As the Ravens have spent the last few weeks dissecting what went wrong with their offense last season, a common theme is that they need to fix the run game.
Baltimore had one of the worst rushing attacks in the league, and Owner Steve Bisciotti stressed during Tuesday's season-review press conference that the Ravens need to build a more effective rushing offense next season.
"We're all in agreement that you need a more balanced offense," Bisciotti said. "I think that our success still goes back to good defense and balance, and that means a strong running game."
The Ravens were skewed towards the passing game this year, and threw the ball more than any other team in the league (679 attempts). Some of the passing numbers were the result of situational football when the Ravens fell behind in games, but both offensive coordinators, Marc Trestman and Marty Mornhinweg, strayed from the run at times even when the unit was finding success.
Running backs Terrance West and Kenneth Dixon both came on strong and showed good burst at the end of the season, but the Ravens still finished the season with a franchise-low 367 rushing attempts.
"I was really disappointed in the lack of a run game, the lack of a commitment to a running game. But sometimes when you're in the heat of things, there weren't a lot of times that I was screaming at the TV or at the games saying, 'Run it, run it, run it.' It doesn't necessarily dawn on me," Bisciotti said.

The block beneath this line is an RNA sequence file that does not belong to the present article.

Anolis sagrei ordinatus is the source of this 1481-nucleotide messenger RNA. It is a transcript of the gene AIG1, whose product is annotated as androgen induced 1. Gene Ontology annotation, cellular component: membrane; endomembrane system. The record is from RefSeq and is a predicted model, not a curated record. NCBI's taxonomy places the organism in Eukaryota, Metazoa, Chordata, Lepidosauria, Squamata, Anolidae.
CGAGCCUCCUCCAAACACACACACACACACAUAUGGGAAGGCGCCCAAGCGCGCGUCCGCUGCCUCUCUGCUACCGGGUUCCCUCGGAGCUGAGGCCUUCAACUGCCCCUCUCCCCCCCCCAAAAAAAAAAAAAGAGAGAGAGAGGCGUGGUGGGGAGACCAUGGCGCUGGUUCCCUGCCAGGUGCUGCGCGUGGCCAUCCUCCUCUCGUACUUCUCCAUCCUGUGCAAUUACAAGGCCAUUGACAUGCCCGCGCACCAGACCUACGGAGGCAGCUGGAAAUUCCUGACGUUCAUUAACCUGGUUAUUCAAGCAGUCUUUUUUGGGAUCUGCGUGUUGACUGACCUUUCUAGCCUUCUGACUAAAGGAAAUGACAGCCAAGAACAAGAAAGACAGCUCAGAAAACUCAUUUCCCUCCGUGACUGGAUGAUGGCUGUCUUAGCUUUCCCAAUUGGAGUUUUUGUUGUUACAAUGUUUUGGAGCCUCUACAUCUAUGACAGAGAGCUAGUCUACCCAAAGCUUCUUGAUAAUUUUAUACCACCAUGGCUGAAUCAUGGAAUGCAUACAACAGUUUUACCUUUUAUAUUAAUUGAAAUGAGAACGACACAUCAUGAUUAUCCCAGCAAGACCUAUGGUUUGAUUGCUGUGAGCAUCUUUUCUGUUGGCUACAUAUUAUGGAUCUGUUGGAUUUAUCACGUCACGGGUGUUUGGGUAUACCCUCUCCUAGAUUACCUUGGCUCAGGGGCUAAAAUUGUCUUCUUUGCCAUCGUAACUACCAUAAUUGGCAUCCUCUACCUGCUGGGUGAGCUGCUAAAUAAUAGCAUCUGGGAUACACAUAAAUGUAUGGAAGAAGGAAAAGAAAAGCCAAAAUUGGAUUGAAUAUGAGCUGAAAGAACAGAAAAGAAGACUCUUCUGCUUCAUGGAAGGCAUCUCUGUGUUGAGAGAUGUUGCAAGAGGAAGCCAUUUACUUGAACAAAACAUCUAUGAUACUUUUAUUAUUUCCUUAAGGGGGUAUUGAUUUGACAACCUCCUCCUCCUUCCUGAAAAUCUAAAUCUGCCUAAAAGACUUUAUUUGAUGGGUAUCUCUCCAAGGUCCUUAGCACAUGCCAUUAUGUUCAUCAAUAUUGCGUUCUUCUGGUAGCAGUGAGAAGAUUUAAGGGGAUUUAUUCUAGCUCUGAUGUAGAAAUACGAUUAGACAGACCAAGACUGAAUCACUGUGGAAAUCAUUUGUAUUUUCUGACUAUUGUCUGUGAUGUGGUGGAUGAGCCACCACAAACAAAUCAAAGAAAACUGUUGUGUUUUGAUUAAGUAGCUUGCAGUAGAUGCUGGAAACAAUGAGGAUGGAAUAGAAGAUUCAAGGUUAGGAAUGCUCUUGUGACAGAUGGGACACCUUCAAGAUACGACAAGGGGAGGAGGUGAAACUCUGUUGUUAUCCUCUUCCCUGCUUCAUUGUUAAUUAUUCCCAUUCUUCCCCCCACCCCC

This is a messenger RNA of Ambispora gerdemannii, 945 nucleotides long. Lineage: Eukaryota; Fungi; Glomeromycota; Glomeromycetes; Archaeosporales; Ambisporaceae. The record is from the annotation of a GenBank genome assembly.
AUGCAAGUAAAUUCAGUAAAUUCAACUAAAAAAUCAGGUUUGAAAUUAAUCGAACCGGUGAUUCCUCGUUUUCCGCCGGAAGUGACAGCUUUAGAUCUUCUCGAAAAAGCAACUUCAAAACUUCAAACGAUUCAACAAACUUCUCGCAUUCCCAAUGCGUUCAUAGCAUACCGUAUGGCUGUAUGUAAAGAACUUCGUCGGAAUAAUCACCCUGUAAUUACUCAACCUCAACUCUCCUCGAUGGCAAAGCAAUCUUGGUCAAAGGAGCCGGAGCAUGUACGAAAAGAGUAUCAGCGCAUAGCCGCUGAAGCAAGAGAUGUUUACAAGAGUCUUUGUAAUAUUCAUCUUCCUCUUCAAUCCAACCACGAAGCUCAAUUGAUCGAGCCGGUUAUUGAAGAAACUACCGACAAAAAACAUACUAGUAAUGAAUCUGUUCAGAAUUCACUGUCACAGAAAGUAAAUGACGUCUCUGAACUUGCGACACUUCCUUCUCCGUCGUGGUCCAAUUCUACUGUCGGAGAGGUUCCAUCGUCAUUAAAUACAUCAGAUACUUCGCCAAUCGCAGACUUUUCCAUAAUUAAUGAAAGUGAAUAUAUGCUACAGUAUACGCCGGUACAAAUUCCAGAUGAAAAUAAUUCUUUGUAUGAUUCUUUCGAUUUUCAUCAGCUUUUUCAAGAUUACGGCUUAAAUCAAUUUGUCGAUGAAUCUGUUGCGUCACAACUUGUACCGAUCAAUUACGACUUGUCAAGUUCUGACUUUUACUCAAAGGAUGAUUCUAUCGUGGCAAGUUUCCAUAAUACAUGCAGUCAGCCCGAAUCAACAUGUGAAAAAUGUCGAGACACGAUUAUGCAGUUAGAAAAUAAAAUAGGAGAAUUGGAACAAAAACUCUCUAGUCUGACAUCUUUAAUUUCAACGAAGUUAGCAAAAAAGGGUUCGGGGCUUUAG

"I think that the end result and the disparity speaks for itself, and I don't think that we're going to be successful putting the ball in the air 600-some times. It's just not our identity, and I don't know how we got that far away from it."
Head Coach John Harbaugh opted to retain Mornhinweg as his offensive coordinator next season, and he's stressed that the veteran NFL coach is committed to the run game. Harbaugh and Mornhinweg also said multiple times throughout the season that the Ravens need to be more effective and committed to the ground game.
"We have to run the ball a lot better," Harbaugh said. "We have to run it more, better."
Bisciotti's description of the team's identity is a bit of a throwback to what the old-[hyphen]school Ravens teams used to look like. Baltimore initially found its success as a team that won with a dominating defense and an offense that took time off the clock and didn't make mistakes.
The scales have tipped the other way in recent years, in large part to putting more on quarterback Joe Flacco's shoulders, but Bisciotti still sees defense and a balanced offense as what he wants from his teams.
"I want to run the ball. I want to control the clock. I want to play good defense," he said.
"Balance – I certainly want it. And I certainly don't have anybody up here telling me that I'm wrong. How we got away from it, that's something that will probably get behind us pretty quickly because, really, it is what it is. And I think it's bad and I think we'll change it."